Introducing a Game Changer for Discarded Clothing

New invisible sorting labels can help make textiles repurposing circular.

Recycled fabrics.

(J.K2507 /

People like to wear fashionable, and trendy clothes. Today, it is easier than ever before to purchase new items in malls, online, or for those who are environmentally conscious to buy from thrift stores.

But what do you do with all this clothing when it is tired, worn-out, or hopelessly outdated? You would think that clothing can be easily recycled, but it really isn’t, according to Treehugger. In fact, less than 15 percent of discarded clothing and textiles are recycled leaving the rest to go into landfills. That’s because most recyclers do not know what the textiles are made of or how to recycle them. Now, an invisible sorting label, developed by a team at the University of Michigan, ensures that the materials can be identified and recycled.

Why are the photonic tags necessary?
The tags that you usually find in clothing don’t always last to the end of a garment's life, reported Michigan News from the University of Michigan. Tags are frequently cut off, worn out, or illegible. That’s why the researchers set out to make a new tag that would remain for the life of the fabric.

“It’s like a barcode that’s woven directly into the fabric of a garment,” Max Shtein, University of Michigan professor of materials science and engineering and corresponding author of the study that was published in  Advanced Materials Technologies said in Michigan News. “We can customize the photonic properties of the fibers to make them visible to the naked eye, readable only under near-infrared light or any combination.”

Recyclers use near-infrared sorting systems that can identify the different materials according to optical signatures like PET plastics in water bottles. Fabrics also have different signatures but because so many garments are composed of blended materials, the sorting systems do not work.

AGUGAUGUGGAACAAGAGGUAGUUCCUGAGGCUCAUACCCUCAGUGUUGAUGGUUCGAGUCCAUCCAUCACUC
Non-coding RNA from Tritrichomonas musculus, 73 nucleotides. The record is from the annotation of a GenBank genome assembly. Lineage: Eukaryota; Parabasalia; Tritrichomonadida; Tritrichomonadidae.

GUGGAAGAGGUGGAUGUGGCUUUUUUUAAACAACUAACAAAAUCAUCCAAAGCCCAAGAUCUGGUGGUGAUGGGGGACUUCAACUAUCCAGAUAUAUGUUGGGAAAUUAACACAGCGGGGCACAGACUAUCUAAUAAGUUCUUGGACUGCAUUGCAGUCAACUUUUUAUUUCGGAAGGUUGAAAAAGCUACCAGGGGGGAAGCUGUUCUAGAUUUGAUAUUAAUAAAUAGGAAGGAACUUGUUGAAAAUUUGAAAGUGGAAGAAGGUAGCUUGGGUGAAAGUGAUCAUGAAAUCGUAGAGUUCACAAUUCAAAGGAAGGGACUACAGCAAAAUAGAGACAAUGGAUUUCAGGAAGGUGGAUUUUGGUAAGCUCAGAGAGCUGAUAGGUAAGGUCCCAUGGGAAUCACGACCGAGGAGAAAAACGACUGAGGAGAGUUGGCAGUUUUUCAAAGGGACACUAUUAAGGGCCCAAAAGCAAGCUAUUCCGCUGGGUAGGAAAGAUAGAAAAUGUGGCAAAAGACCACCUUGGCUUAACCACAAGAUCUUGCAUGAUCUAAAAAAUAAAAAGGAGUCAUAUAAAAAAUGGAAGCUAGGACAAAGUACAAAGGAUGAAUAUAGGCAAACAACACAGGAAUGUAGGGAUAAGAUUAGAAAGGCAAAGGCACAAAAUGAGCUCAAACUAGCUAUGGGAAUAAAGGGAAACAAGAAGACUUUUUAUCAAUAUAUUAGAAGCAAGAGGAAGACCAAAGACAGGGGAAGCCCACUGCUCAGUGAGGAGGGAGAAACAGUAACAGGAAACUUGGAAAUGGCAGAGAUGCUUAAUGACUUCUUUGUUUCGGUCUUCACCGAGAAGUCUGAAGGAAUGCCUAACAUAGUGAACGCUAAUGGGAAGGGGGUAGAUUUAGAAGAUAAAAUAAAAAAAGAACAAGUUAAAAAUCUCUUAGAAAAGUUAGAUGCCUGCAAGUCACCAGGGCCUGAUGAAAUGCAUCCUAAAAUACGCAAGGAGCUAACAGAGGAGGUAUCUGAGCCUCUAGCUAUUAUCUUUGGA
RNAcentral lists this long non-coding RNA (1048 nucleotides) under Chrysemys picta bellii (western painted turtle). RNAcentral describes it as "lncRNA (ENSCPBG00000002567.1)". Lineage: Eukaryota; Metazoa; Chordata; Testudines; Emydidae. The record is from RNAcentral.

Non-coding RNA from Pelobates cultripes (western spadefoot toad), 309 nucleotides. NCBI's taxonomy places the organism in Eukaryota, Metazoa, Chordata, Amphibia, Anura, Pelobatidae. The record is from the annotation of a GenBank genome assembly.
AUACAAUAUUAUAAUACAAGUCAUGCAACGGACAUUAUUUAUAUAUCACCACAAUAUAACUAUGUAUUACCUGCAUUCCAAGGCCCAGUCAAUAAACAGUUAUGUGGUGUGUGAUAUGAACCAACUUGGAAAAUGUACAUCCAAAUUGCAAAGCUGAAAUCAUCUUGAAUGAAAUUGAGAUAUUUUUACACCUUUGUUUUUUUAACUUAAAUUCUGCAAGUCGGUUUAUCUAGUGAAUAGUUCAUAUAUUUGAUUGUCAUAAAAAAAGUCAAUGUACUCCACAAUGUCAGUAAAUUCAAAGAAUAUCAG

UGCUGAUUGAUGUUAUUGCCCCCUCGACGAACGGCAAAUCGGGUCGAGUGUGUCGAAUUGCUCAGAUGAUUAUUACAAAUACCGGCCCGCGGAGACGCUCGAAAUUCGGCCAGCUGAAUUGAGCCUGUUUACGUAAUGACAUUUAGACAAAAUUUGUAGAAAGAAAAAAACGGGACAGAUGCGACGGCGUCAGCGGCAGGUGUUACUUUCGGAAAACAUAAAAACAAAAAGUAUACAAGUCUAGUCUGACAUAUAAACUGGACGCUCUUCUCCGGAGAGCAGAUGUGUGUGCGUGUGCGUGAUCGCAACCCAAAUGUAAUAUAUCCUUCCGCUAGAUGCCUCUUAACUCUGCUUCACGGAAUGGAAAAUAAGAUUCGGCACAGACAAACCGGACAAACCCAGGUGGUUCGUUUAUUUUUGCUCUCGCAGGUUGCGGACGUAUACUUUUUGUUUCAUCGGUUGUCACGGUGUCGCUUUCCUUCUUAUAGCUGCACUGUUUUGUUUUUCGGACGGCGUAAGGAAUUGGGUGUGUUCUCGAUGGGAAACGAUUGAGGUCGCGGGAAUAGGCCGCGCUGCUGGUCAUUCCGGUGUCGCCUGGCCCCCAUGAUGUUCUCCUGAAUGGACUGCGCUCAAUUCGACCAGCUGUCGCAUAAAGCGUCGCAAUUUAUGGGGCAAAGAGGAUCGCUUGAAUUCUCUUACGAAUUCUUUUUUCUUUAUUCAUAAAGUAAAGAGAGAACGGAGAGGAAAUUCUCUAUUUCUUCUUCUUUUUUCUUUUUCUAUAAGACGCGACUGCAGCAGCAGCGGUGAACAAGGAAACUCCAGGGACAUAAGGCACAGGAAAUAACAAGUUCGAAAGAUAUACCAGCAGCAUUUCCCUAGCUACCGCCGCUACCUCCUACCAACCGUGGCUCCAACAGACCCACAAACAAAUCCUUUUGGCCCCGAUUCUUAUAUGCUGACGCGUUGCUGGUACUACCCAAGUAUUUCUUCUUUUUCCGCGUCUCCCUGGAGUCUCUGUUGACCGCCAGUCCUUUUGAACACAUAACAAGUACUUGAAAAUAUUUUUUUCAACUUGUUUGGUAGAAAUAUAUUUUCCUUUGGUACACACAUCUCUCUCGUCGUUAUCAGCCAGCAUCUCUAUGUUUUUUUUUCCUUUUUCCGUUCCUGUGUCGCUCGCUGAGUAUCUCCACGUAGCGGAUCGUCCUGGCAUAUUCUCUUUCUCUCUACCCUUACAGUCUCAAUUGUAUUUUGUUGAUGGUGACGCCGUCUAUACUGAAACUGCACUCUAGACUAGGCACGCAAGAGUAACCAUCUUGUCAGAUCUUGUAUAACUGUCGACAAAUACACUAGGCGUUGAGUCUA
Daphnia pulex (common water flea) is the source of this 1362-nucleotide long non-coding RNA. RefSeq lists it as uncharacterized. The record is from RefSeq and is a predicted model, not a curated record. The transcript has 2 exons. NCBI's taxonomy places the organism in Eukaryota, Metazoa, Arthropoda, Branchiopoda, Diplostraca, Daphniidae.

“For a truly circular recycling system to work, it’s important to know the precise composition of a fabric — a cotton recycler doesn’t want to pay for a garment that’s made of 70 percent polyester,” Brian Iezzi, a postdoctoral researcher in Shtein’s lab and lead author of the study said. “Natural optical signatures can’t provide that level of precision, but our photonic fibers can.”

Butterfly wings
The team used the researchers photonic expertise to develop the new technology.  Photonic properties were used to develop the new tags by using a preform; a plastic feedstock that is composed of dozens of layers. The researchers used acrylic and polycarbonate that appear clear but actually create optical effects that look like color, the same process that gives butterfly wings their shimmer.

The fibers are tuned for different materials and woven into the textile so that recyclers know exactly what is in discarded garments. But in addition to making recycling easier, the photogenic labeling can be used by consumers to see where and how their clothing is made.

While recycling old clothing will help the environment, what is really needed is to have fewer clothing being discarded, according to Treehugger. Instead of buying and supporting fast fashion, clothing has to be made more sustainably and should be repairable to last longer. But until there is a cultural shift in the way people view clothing, making textiles  more recyclable is an important first-step.

5 Hacks to Give Clothing a Second Chance
Clothing Exchanges are Becoming More Popular
A Fashion Forward Solution to Mend and Reuse Clothes